Rutgers Cancer Institute of New Jersey
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Laparoscopy is a type of surgery done through small cuts in the belly. Small tools and a scope with a tiny camera are placed through the cuts. This allows the doctor to see inside. Laparoscopy is popular because it usually shortens recovery time. It also leaves smaller scars in most cases.
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Laparoscopy can be used to:
Problems from the procedure are rare, but all procedures have some risk. Your doctor will review possible problems such as:
Your chances of problems may be higher for:
You may have:
In the days leading up to your procedure:
In most cases, you will have general anesthesia to keep you asleep.
First, gas is placed into the belly to make it expand. This makes it easier to see the structures inside. The laparoscope is placed through small holes cut in the skin. Scopes can light, magnify, and project images onto a screen.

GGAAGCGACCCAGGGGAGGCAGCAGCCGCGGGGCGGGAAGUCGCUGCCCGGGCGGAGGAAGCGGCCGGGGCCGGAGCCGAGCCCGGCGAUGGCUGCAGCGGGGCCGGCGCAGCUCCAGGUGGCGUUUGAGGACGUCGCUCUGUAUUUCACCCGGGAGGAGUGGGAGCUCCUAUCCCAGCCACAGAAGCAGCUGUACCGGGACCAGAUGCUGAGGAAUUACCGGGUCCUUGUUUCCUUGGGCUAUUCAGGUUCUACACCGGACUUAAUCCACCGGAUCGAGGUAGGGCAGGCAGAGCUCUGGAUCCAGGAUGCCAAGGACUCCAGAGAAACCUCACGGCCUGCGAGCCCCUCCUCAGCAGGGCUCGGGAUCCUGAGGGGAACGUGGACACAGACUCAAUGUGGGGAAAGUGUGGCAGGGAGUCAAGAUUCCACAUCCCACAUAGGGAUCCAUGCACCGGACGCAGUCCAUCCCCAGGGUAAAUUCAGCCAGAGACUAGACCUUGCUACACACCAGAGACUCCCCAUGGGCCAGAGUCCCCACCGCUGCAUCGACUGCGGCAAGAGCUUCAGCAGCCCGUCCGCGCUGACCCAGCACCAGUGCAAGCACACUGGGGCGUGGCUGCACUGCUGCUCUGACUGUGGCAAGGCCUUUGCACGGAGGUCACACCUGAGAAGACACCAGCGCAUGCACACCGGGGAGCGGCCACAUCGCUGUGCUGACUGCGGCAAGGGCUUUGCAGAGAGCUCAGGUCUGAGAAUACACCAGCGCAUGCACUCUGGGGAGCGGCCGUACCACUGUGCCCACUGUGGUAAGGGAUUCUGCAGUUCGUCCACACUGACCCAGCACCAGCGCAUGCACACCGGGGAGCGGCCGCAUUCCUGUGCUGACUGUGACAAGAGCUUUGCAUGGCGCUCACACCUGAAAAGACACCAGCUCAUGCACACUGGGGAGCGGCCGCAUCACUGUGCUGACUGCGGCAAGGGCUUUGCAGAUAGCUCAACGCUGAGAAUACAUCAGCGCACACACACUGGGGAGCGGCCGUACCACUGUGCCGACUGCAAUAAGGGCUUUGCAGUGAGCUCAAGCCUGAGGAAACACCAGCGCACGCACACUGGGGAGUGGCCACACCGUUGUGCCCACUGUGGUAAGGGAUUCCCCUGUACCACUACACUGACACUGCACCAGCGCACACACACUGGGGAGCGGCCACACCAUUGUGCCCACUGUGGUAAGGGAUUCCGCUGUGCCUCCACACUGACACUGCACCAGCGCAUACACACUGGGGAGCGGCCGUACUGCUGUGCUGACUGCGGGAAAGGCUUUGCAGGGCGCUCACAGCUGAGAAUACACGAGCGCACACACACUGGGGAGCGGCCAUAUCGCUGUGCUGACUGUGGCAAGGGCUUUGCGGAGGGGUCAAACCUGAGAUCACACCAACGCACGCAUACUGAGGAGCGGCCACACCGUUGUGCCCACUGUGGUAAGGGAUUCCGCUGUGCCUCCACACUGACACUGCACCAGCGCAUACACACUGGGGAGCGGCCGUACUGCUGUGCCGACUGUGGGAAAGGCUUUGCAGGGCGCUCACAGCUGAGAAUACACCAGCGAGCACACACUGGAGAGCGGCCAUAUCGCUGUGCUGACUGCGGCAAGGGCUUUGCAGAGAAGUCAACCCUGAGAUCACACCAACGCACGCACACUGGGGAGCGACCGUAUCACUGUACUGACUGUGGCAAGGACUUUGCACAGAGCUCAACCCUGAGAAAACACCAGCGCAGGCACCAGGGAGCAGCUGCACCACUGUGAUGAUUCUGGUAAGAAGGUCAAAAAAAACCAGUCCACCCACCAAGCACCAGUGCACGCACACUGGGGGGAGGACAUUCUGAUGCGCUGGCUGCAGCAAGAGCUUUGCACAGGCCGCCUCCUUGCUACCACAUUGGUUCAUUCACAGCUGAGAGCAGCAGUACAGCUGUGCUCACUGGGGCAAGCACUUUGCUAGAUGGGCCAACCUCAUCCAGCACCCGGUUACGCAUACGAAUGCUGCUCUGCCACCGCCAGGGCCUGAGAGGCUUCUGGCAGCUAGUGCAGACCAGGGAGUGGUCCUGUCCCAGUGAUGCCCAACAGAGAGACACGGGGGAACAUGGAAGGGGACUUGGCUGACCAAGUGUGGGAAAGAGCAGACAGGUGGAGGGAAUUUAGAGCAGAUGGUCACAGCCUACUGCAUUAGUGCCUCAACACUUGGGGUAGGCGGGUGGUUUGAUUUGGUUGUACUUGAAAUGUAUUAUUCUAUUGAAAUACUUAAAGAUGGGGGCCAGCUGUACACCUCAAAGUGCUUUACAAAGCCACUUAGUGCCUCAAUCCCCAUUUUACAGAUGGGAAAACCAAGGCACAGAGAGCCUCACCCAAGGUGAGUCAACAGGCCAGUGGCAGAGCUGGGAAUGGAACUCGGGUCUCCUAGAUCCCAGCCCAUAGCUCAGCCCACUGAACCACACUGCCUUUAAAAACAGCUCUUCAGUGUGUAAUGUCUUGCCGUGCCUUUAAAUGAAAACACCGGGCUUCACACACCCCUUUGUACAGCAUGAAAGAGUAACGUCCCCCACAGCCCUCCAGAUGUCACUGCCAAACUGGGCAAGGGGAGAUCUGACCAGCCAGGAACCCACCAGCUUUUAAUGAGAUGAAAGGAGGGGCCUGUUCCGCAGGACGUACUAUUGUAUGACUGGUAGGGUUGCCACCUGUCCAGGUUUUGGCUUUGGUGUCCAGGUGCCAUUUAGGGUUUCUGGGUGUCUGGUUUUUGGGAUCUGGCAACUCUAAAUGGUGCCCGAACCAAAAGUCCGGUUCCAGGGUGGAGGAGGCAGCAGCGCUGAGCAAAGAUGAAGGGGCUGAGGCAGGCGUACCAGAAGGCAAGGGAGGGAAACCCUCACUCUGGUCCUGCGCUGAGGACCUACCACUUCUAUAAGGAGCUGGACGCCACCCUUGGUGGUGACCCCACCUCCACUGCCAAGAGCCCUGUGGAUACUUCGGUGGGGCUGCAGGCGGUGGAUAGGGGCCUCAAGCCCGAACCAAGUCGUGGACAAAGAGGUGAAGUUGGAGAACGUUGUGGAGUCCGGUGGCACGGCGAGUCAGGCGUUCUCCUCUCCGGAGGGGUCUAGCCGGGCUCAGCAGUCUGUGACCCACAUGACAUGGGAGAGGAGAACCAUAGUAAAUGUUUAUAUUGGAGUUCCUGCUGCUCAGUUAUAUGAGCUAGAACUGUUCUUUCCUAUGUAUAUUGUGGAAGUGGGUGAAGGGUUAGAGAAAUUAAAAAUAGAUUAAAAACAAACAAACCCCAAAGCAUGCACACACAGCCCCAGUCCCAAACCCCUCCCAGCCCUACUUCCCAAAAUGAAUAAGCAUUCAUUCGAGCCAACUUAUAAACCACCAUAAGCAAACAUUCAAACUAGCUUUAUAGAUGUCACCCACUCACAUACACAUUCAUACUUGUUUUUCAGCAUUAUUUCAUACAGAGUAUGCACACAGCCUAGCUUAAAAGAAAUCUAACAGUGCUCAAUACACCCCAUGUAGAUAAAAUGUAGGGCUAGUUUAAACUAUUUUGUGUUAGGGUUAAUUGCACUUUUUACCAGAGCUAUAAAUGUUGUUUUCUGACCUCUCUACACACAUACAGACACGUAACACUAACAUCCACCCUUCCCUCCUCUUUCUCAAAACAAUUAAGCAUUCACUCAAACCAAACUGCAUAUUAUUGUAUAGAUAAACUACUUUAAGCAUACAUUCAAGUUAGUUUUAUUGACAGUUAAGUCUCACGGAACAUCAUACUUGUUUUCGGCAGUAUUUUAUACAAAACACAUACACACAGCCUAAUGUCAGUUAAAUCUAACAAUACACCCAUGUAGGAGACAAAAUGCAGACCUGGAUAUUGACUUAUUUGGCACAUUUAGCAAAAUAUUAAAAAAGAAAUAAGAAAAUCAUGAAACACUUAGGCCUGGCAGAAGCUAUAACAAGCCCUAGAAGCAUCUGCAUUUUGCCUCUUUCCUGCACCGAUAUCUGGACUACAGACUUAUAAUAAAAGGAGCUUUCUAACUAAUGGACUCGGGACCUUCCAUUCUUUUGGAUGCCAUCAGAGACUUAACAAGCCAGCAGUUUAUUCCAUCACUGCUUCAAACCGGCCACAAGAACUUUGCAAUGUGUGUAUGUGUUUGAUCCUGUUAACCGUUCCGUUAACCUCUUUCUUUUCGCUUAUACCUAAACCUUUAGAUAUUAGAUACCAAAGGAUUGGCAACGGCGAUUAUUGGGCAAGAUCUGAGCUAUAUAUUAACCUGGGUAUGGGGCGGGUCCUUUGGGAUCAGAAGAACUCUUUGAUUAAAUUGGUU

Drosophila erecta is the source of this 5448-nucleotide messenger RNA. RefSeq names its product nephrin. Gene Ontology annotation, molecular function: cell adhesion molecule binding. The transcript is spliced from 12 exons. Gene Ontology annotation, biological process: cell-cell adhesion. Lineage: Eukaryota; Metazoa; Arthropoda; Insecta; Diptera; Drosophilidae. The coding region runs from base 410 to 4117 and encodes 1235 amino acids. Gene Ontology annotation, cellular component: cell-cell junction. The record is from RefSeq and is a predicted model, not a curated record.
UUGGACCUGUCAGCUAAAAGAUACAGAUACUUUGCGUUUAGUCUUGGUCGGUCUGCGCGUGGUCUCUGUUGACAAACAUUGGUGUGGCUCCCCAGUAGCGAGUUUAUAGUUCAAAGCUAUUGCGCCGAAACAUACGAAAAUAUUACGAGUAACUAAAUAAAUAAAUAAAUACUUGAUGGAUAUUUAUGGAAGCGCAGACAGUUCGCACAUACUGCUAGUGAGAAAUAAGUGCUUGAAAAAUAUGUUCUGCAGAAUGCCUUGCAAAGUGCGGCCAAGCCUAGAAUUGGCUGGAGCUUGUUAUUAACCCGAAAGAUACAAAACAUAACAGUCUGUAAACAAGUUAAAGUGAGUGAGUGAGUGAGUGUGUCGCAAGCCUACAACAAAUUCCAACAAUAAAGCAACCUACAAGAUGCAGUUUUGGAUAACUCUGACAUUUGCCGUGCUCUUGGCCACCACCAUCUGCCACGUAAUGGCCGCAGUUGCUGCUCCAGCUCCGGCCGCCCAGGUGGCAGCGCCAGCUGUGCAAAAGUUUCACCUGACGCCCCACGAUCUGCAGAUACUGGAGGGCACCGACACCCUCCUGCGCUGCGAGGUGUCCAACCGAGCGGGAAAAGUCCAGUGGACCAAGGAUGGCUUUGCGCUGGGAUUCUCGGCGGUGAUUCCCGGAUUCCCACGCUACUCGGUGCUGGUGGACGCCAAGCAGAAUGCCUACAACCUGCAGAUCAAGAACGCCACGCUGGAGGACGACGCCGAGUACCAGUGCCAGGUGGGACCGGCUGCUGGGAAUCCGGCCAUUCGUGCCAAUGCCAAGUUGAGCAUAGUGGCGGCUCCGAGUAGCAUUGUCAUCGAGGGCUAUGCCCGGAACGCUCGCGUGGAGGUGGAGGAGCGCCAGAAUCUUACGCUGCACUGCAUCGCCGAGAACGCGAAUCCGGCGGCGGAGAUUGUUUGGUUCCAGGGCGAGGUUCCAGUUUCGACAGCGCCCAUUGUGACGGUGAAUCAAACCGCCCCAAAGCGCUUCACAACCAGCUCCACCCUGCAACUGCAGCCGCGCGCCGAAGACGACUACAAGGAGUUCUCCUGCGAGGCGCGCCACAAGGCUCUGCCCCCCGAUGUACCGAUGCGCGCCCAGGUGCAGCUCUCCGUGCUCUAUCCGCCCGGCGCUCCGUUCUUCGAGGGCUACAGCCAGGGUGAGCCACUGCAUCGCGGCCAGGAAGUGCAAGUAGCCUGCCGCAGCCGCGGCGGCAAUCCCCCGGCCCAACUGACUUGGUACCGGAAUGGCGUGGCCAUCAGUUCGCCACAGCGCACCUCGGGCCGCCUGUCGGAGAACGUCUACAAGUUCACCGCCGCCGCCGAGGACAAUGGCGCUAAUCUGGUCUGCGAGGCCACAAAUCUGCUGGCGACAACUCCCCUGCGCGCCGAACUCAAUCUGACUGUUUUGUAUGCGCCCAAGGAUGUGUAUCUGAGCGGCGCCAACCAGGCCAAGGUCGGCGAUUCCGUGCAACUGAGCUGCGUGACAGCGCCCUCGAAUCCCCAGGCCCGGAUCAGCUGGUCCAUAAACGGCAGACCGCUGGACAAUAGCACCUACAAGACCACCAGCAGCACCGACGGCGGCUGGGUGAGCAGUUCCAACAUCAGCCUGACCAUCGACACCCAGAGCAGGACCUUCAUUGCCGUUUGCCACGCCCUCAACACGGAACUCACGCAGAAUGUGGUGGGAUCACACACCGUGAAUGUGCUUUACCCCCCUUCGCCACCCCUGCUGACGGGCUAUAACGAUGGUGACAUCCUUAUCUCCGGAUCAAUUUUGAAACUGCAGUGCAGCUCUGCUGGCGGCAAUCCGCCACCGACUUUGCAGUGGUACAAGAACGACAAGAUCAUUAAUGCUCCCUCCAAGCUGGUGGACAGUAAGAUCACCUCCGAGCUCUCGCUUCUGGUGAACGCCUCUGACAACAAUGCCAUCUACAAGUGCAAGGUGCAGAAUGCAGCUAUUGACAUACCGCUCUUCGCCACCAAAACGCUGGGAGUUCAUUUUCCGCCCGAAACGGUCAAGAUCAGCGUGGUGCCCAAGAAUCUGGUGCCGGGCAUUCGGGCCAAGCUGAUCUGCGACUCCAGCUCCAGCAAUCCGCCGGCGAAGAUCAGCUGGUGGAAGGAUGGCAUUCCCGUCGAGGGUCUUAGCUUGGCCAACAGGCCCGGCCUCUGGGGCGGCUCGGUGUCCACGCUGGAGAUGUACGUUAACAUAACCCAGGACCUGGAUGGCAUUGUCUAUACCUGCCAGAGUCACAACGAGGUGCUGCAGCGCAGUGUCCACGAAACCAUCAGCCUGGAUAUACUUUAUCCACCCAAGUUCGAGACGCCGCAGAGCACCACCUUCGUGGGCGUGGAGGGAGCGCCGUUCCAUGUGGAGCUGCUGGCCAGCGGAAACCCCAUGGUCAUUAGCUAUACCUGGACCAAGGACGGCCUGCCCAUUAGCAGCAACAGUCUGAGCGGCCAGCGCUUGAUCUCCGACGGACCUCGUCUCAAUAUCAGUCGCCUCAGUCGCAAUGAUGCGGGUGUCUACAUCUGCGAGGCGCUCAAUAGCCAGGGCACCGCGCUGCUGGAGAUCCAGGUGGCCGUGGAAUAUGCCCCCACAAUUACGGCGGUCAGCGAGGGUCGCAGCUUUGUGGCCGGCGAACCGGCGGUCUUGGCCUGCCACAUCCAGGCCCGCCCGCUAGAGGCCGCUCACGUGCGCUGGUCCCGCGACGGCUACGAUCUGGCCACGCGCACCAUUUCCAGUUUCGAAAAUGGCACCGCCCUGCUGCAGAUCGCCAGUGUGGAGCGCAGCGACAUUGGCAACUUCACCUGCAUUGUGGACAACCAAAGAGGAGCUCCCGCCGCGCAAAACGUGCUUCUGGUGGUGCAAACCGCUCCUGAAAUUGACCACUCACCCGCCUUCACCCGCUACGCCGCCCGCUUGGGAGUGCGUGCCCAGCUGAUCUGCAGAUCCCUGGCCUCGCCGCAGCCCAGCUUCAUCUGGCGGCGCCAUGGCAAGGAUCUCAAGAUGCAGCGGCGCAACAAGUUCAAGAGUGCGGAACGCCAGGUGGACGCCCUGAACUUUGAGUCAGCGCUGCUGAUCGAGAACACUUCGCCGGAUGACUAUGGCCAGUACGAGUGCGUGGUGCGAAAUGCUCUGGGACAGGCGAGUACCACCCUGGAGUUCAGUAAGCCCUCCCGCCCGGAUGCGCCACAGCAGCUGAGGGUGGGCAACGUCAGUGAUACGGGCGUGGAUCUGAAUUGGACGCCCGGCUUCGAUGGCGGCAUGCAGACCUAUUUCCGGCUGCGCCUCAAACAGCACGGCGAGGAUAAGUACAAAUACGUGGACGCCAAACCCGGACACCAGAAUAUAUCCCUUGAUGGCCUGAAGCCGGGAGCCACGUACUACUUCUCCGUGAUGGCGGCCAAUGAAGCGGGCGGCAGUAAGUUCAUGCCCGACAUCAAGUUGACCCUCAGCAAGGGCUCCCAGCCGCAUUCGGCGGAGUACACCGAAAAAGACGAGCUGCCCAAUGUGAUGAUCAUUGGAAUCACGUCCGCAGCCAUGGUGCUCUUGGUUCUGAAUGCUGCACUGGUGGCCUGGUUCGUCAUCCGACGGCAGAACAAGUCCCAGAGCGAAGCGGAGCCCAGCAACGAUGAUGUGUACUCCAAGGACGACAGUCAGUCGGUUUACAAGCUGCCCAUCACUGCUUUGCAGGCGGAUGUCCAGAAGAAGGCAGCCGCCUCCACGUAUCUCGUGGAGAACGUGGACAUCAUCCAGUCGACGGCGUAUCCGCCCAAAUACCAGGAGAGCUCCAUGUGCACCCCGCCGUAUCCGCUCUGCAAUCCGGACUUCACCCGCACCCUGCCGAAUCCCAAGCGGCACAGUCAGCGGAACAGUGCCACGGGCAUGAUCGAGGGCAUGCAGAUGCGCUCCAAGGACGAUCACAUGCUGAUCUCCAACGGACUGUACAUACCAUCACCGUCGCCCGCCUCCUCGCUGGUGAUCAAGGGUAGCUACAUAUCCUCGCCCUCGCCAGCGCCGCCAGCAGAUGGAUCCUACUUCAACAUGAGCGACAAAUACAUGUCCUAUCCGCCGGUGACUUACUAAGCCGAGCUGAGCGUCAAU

Sometimes, other cuts are made in the belly. Tiny tools are used to take biopsies or fix problems. The cuts are closed with stitches or clips.
The time depends on what is needed.
Anesthesia will prevent pain during surgery. Medicines will help ease pain after it.
To help you heal faster:
You may return to normal activity in about a week. Your doctor will talk to you about a care plan if a diagnosis is made. Biopsy results may take up to a week to come back.
Call your doctor if any of these occur:
If you think you have an emergency, call for emergency medical services right away.
American College of Surgeons
Society of American Gastrointestinal Endoscopic Surgeons
Women's College Hospital—Women's Health Matters
Diagnostic laparoscopy patient information from SAGES. Society of American Gastrointestinal Endoscopic Surgeons website. Available at: https://www.sages.org/publications/patient-information/patient-information-for-diagnostic-laparoscopy-from-sages. March 1, 2015. Accessed July 2, 2018.
Laparoscopy. The American College of Obstetricians and Gynecologists website. Available at: https://www.acog.org/~/media/For%20Patients/faq061.pdf?dmc=1&ts=20130723T1313462445. Updated July 2015. Accessed July 2, 2018.
6/2/2011 DynaMed Plus Systematic Literature Surveillancehttp://www.dynamed.com/topics/dmp~AN~T905141/Treatment-for-tobacco-use: Mills E, Eyawo O, Lockhart I, Kelly S, Wu P, Ebbert JO. Smoking cessation reduces postoperative complications: a systematic review and meta-analysis. Am J Med. 2011;124(2):144-154.
Last reviewed May 2018 by EBSCO Medical Review Board Donald W. Buck II, MD Last Updated: 7/2/2018